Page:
Can Liverpool’s best midfield be determined by win percentage?

Jurgen Klopp has a wealth of midfield talent at his disposal, but does win percentage give an idea as to the best trio?

When it comes to Liverpool’s strongest 11, the midfield is often the aspect that sparks the most debate.

The back five has become fairly settled - with Joel Matip or Ibrahim Konate the only real conversation - while the front-line is generally five into three.

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But the Reds midfield offers much more variation - and that invariably leads to much more disagreement.

Jurgen Klopp has leaned towards a ‘horses-for-courses’ style approach this season, changing his starting three regularly based on opposition.

Over 25 Premier League matches, the German has fielded 16 different trios, with only four making it past a single game.

But is there an argument to factor in win percentages? Or is the question even as simple as ‘the best three’?

A winning combo

Liverpool have won 17 of the 18 games in which both Thiago and Fabinho have started.

A midfield of Thiago, Fabinho and Jordan Henderson has been the most used and the most successful in the Premier League, winning five from five, while a trio of Henderson, Fabinho and Alex Oxlade-Chamberlain were starting for Liverpool’s only two defeats, against West Ham United and Leicester City.

The consensus is that Liverpool’s best midfield consists of Fabinho, Thiago and one other - and that is backed by the fact that Klopp’s side have won 17 of the 18 games in which the two have started, drawing once.

It’s not a perfect reflection of their performance - given that a start against Norwich is more likely to deliver a win than a start against Manchester City - but Naby Keita has the highest win percentage (83.3%) of the rest of Klopp’s midfield men.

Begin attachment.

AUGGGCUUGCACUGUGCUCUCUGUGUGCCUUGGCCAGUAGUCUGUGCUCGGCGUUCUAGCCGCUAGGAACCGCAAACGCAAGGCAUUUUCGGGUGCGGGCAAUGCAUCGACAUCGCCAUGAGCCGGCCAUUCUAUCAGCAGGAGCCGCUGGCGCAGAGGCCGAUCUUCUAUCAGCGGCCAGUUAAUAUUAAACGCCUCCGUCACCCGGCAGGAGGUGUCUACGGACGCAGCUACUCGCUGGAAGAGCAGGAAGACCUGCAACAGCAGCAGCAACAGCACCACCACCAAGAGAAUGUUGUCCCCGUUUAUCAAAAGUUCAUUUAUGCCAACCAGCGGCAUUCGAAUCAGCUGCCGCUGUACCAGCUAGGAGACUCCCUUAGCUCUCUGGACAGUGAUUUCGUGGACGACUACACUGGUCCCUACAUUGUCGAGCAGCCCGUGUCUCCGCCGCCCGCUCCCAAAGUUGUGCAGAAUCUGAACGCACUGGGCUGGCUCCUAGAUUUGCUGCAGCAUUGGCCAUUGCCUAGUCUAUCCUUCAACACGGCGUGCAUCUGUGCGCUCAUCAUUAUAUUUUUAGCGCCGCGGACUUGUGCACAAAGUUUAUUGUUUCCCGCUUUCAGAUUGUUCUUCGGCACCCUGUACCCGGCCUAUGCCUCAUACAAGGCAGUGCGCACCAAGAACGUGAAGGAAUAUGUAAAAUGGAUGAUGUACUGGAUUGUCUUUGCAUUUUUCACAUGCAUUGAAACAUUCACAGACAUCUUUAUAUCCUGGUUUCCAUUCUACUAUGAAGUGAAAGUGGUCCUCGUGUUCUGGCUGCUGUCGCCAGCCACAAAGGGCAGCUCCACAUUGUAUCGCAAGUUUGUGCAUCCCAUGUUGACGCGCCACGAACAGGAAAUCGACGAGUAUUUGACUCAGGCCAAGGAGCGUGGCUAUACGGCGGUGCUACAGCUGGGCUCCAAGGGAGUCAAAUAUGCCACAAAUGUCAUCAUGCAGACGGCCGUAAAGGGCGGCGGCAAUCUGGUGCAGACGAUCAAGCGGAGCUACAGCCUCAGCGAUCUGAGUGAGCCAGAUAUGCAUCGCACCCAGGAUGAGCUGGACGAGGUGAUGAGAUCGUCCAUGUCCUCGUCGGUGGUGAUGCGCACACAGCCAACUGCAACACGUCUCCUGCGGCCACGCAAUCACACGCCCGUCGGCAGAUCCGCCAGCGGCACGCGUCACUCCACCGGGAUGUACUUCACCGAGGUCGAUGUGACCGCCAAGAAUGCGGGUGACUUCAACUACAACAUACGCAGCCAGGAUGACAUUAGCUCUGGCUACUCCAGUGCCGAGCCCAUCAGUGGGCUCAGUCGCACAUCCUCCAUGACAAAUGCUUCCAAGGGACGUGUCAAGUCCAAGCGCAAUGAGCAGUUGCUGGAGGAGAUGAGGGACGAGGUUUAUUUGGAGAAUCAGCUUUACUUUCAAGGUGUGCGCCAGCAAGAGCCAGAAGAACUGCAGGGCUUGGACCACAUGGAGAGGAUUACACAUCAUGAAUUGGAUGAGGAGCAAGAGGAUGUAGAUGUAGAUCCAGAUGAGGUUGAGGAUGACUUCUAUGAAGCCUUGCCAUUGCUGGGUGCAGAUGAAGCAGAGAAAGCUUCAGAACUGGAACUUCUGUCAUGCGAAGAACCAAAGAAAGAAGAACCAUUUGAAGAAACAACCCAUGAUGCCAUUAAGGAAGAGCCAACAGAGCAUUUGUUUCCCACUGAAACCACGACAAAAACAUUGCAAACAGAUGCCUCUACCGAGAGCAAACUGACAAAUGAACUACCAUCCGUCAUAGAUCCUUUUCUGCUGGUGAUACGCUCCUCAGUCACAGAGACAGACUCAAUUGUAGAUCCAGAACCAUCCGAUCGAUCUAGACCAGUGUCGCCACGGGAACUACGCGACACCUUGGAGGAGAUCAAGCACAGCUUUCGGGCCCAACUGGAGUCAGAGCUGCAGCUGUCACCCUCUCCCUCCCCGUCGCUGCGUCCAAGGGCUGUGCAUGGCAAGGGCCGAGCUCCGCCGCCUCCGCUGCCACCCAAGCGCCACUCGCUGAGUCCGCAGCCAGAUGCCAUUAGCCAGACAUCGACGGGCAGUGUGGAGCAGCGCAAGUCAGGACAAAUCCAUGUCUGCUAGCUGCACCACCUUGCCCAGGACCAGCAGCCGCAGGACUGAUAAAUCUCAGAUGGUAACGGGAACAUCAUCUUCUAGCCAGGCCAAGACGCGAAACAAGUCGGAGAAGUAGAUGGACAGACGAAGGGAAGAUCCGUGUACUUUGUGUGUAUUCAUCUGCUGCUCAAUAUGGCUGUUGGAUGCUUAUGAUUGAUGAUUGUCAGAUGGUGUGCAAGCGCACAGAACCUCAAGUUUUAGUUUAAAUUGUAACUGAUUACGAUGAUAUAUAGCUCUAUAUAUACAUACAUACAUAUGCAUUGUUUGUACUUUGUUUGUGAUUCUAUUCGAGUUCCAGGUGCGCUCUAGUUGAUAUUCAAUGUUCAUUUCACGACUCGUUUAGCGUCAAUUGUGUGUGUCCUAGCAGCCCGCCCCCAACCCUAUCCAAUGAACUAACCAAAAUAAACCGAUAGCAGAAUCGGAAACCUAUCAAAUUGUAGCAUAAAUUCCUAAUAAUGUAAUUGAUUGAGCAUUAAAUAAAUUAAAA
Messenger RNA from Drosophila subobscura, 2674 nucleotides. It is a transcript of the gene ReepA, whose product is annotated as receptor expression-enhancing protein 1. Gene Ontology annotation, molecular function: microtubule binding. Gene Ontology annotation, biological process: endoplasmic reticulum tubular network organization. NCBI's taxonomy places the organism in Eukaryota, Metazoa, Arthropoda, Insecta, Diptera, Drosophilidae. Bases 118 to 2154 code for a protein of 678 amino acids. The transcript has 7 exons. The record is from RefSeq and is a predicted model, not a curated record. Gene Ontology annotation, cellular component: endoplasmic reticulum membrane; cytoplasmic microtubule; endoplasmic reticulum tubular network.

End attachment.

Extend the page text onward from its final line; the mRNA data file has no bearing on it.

Given that the 27-year-old’s box-to-box energy provides balance to a midfield containing the defensive Fabinho and a playmaking Thiago, Keita has a strong case for the third cog in the machine.

Oxlade-Chamberlain has the next highest win rate, with 12 wins from 15 starts (80%), while Curtis Jones (9/12) and Harvey Elliott (3/4) both hold rates of 75%.

Liverpool have won 17 of the 24 games in which Fabinho has started - a win rate of 70.8% - while Henderson’s 67.9% (19/28) and James Milner’s 60% (6/10) prop up the rest.

Win rates too simple?

Henderson’s win rate is at the lower end at just 67.9%, but it fails to acknowledge the difficulty of games played and the influence of someone like the 31-year-old from the bench.

Take the Champions League tie against Inter Milan, for example: Klopp started with Thiago, Fabinho and Elliott but saw his midfield overrun as the Italian side had the better of the game.

The game turned on 59 minutes when Keita and Henderson replaced Fabinho and Elliott, the two gaining control in the middle of the park and providing the base for the Reds to go on to win 2-0.

And the simple fact is that it has been incredibly rare that Klopp has had every option to pick from.

Thiago and Keita have the highest win rates but have only 23 starts between them, whereas Fabinho and Henderson both have win rates below 75% but have a combined 54 starts.

Liverpool’s best midfield is as much about reliability as it is about win rates - and it is as much about opposition as it is about anything.

Horses for courses

The key to having a wealth of midfield talent isn’t that you have so many options from which to pick your best three, it’s that you have multiple ‘best-threes’ to use from week to week.

Klopp’s ideal trio for April’s trip to Manchester City will be different to the midfield used in Wednesday’s game against Leeds United.

And the options can account for fatigue and injury, as well as inevitable dips in form - Keita and Oxlade-Chamberlain were both poor in Saturday’s win against Norwich, but the introduction of Thiago on the hour allowed Liverpool to exert control over the Canaries.

The fact that debate is so rife is a testament to the recruitment and to the performance levels of the players, and with Klopp’s men still fighting on all four fronts, there can never be too much choice.